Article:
Natasha’s question

You see a woman after you met her before and say: you are more beautiful than I remember. She should be pleased, right?

Or you say: you are smarter than I remember. Would she be pleased the same way? Or is there a difference and why?



No difference, because the meaning of the sentences depend entirely on context and tone. Either statement could be intended to be flattering or insulting.

"More beautiful" indicates that at least you thought she was SOMEWHAT beautiful before. Describing a person as beautiful at all already puts them on a good part of the curve.

"Smarter" doesn't indicate that you thought she contained any smartness to begin with, but you now realize she has some amount of smartness.

For whatever reason, we consider everyone to have some smartness, but not some physical beauty. Smartness is a continuum that begins with the dumbest person (even animals), while beauty is set to zero until it reaches some threshold.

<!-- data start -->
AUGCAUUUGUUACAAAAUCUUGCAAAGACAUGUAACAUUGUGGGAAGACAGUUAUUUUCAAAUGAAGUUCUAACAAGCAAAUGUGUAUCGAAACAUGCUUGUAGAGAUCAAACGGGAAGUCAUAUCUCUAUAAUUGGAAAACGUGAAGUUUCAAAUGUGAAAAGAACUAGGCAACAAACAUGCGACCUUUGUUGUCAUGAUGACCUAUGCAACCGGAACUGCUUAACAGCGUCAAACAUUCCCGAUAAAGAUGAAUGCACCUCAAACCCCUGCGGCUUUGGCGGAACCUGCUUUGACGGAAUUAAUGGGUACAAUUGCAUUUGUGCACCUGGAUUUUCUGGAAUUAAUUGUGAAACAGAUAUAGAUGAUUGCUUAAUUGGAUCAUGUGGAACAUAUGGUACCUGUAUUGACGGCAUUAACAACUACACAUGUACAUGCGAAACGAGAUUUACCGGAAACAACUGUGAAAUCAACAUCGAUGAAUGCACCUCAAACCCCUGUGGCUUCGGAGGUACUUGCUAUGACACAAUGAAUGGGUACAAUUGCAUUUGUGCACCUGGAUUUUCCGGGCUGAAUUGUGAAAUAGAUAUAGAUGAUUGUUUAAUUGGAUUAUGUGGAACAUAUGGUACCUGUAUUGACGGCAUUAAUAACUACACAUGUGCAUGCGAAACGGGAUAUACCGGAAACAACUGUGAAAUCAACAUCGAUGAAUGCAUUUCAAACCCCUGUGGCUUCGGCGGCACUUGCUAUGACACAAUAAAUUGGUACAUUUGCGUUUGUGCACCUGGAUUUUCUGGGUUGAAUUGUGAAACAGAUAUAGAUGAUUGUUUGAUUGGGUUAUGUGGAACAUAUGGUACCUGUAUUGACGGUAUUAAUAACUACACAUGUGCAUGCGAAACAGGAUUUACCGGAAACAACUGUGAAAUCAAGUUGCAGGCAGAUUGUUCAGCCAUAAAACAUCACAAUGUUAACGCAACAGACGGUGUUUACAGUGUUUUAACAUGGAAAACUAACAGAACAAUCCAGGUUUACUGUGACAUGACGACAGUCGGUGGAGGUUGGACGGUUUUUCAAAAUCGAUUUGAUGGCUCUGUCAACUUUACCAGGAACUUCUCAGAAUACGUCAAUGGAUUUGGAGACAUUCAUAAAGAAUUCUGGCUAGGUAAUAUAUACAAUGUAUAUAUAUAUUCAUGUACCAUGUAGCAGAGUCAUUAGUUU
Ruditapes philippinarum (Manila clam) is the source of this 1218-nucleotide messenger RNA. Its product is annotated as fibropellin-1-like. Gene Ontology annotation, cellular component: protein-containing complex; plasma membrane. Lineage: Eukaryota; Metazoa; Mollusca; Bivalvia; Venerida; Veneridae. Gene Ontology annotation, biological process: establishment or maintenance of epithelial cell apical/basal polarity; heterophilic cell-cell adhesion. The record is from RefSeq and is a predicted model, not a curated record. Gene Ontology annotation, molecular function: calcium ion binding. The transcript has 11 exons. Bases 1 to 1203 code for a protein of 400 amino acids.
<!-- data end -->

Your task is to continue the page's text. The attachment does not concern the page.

Just a guess.

I think there may be a difference in terms of the nature of the perception. We aren't at all surprised that people immediately form an impression of someone's appearance, but equally we don't expect that impression to have been given a lot of consideration, and we know people have bad hair days. On the other hand, under most circumstances I don't think reasonable people form an immediate impression of how smart someone is--it is a bit subtler, and requires more evidence. So in some sense, when you say that someone is smarter than you remember them, you are implying that in the past their stupidity was sufficiently obvious to make an impression on you.

I agree with Finnsense--say "even" before "more" and "smarter," and it'll clear up any ambiguity.

Or you could be Gordon Tullock and say something like, "You're not as ugly as I remember," and "You're not as dumb as I thought."

because of time. conventional wisdom says you get uglier as you age. and your smarts don't change over time, so the perception is that you will have thought she was dumb in the beginning.

I'm amazed at the number of men (judging from the handles) who believe that they can somehow secure a proper emotional response through the tortured path of pure the pure logic of the statement.

This is the emotional response we're dealing with!

Rule: Never, ever, ever pay compliments that contain comparatives.

its the word "remember" that is the problem. if stated as "used to be" you are golden.